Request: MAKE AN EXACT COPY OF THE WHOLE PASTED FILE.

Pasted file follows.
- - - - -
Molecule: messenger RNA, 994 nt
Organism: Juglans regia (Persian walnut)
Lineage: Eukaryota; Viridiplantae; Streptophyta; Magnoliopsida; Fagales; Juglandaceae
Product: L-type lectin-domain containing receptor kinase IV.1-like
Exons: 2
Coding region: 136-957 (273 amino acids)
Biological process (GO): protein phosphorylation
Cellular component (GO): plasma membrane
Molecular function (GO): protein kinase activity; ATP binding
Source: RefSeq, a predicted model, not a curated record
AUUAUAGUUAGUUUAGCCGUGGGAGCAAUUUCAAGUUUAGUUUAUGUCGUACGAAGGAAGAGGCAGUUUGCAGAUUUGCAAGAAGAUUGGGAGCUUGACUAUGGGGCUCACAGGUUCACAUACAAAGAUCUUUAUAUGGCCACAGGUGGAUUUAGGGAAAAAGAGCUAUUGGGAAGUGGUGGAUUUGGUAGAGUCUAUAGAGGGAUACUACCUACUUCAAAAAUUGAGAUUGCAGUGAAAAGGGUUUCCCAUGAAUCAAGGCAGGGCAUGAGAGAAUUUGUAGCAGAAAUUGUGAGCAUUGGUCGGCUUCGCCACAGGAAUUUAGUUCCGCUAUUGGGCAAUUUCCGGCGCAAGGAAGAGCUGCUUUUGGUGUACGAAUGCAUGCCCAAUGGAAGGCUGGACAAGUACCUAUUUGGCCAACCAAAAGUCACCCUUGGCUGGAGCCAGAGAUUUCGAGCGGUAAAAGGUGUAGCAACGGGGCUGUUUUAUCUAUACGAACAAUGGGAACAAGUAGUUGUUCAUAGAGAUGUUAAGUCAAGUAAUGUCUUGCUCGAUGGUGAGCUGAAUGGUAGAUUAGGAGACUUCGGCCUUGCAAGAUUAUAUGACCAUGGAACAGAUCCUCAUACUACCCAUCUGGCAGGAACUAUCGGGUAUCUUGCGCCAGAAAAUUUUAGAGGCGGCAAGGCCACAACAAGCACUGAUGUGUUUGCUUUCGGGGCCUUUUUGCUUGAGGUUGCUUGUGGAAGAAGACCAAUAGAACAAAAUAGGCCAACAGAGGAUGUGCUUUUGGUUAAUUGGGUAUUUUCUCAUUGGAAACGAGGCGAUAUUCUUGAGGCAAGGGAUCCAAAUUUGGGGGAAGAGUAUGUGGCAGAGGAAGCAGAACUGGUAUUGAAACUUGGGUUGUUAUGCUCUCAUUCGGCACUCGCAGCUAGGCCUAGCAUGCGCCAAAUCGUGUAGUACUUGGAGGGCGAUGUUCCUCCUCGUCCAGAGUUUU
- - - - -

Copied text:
Molecule: messenger RNA, 994 nt
Organism: Juglans regia (Persian walnut)
Lineage: Eukaryota; Viridiplantae; Streptophyta; Magnoliopsida; Fagales; Juglandaceae
Product: L-type lectin-domain containing receptor kinase IV.1-like
Exons: 2
Coding region: 136-957 (273 amino acids)
Biological process (GO): protein phosphorylation
Cellular component (GO): plasma membrane
Molecular function (GO): protein kinase activity; ATP binding
Source: RefSeq, a predicted model, not a curated record
AUUAUAGUUAGUUUAGCCGUGGGAGCAAUUUCAAGUUUAGUUUAUGUCGUACGAAGGAAGAGGCAGUUUGCAGAUUUGCAAGAAGAUUGGGAGCUUGACUAUGGGGCUCACAGGUUCACAUACAAAGAUCUUUAUAUGGCCACAGGUGGAUUUAGGGAAAAAGAGCUAUUGGGAAGUGGUGGAUUUGGUAGAGUCUAUAGAGGGAUACUACCUACUUCAAAAAUUGAGAUUGCAGUGAAAAGGGUUUCCCAUGAAUCAAGGCAGGGCAUGAGAGAAUUUGUAGCAGAAAUUGUGAGCAUUGGUCGGCUUCGCCACAGGAAUUUAGUUCCGCUAUUGGGCAAUUUCCGGCGCAAGGAAGAGCUGCUUUUGGUGUACGAAUGCAUGCCCAAUGGAAGGCUGGACAAGUACCUAUUUGGCCAACCAAAAGUCACCCUUGGCUGGAGCCAGAGAUUUCGAGCGGUAAAAGGUGUAGCAACGGGGCUGUUUUAUCUAUACGAACAAUGGGAACAAGUAGUUGUUCAUAGAGAUGUUAAGUCAAGUAAUGUCUUGCUCGAUGGUGAGCUGAAUGGUAGAUUAGGAGACUUCGGCCUUGCAAGAUUAUAUGACCAUGGAACAGAUCCUCAUACUACCCAUCUGGCAGGAACUAUCGGGUAUCUUGCGCCAGAAAAUUUUAGAGGCGGCAAGGCCACAACAAGCACUGAUGUGUUUGCUUUCGGGGCCUUUUUGCUUGAGGUUGCUUGUGGAAGAAGACCAAUAGAACAAAAUAGGCCAACAGAGGAUGUGCUUUUGGUUAAUUGGGUAUUUUCUCAUUGGAAACGAGGCGAUAUUCUUGAGGCAAGGGAUCCAAAUUUGGGGGAAGAGUAUGUGGCAGAGGAAGCAGAACUGGUAUUGAAACUUGGGUUGUUAUGCUCUCAUUCGGCACUCGCAGCUAGGCCUAGCAUGCGCCAAAUCGUGUAGUACUUGGAGGGCGAUGUUCCUCCUCGUCCAGAGUUUU